farm equipment

Discussion in 'Homesteading Questions' started by full sun, Nov 30, 2006.

  1. full sun

    full sun Well-Known Member

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    I have a question about equipment--I have 3 horses, four goats and chickens. I have 7 pastures that probably total 8-10 acres. I am looking for something to till the manure in the pastures (probably just one pasture at a time). I also would like to be able to move manure, and haul small loads (hay grain or whatever). I want the smallest possible machine to do the job. Would I be miserable trying this with a JD riding mower or should I go for a 790 compact tractor? Any ideas? Experience? Opinions? Advice?

    Jennifer
     
  2. dagwood

    dagwood Well-Known Member

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    When it comes to tractors all I can tell you is this: Smaller is NOT better. Better to have the largest tractor you can afford which allows for more versatility in the long haul. A tractor which is not powerful enough to get the job done is virtually worthless on any farm.
     

  3. MsPacMan

    MsPacMan Well-Known Member

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    Probably the best website to ask this question would be to go over to tractorbynet.com and ask the guys over there what size tractor is best for you.


    However, having said that, I have a book called Compact Tractor Buying & Basics by Muhammad Chishti.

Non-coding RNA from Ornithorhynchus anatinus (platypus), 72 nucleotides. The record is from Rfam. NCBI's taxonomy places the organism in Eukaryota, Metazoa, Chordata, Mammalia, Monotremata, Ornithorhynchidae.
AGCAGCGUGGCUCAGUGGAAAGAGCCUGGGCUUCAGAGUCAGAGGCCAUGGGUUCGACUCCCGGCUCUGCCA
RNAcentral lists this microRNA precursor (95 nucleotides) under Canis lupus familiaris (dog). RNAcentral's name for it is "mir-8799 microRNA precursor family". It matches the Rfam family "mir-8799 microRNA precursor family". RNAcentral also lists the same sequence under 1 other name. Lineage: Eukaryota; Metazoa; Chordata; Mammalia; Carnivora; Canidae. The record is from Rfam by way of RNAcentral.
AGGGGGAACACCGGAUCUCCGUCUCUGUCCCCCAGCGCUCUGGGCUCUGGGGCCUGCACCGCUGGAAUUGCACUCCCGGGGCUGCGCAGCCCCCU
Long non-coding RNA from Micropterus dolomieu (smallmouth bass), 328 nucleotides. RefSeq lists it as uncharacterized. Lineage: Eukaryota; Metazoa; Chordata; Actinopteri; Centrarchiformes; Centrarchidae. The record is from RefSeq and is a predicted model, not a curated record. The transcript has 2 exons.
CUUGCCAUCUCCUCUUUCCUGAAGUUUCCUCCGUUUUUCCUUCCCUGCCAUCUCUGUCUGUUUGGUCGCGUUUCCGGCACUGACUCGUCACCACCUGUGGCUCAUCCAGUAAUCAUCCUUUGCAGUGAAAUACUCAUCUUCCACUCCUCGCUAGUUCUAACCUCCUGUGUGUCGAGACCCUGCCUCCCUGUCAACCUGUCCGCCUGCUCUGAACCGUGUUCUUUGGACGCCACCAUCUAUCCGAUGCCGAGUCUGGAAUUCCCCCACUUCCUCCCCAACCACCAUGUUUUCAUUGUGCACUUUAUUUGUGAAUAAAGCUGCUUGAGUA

In this book, they provide guidelines for determining the tractor you need.


    As far as size is concerned, the author recommends a tractor between 25 and 35 horsepower for 5 to 10 acres of land.


    I have a 33 horsepower tractor for my 10 acres, and it is just the right size for the job I want it to do.


    One thing to consider, tilling demands more out of a tractor engine and PTO than many jobs you will do on the farm, so if you want to till alot of acreage, larger is better.


    On the other hand, I am not sure why you want to till in the manure. Tilling will disburse the manure widely into the first six or so inches of soil, which means that LESS nutrient will be available to your plants than if you left the manure on top of the ground and allowed the rain to bring the nutrients down to the plant.


    At any rate, within reason, the bigger the tractor the better. 25 to 35 horses would probably be best for you, and because of your desire to do alot of tilliing, you probably want to look at the higher end of that range (33 or 35 horses instead of 25).


    Don't forget, you will need to get both a front end loader (to do the hauling) and four wheel drive for that tractor, given the kind of work you talk about doing.
     
  4. mtman

    mtman Well-Known Member

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    why do you have to till it in why not just spread it then maybee you can get a 4 wheeler and a trailer
     
  5. full sun

    full sun Well-Known Member

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    MsPacman, I am trying to get rid of the manure. Mainly, I want to break it up so it breaks down faster. I am trying to reduce parasites and the unsightly piles!

    Are you saying there is a benefit to just leaving the piles? Or do you pick it up with a fork, let it compost and spread it? Ugh, too much work!

    Jennifer
     
  6. mtman

    mtman Well-Known Member

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    they allso make small spreaders for 4 wheelers
     
  7. CatsPaw

    CatsPaw Who...me?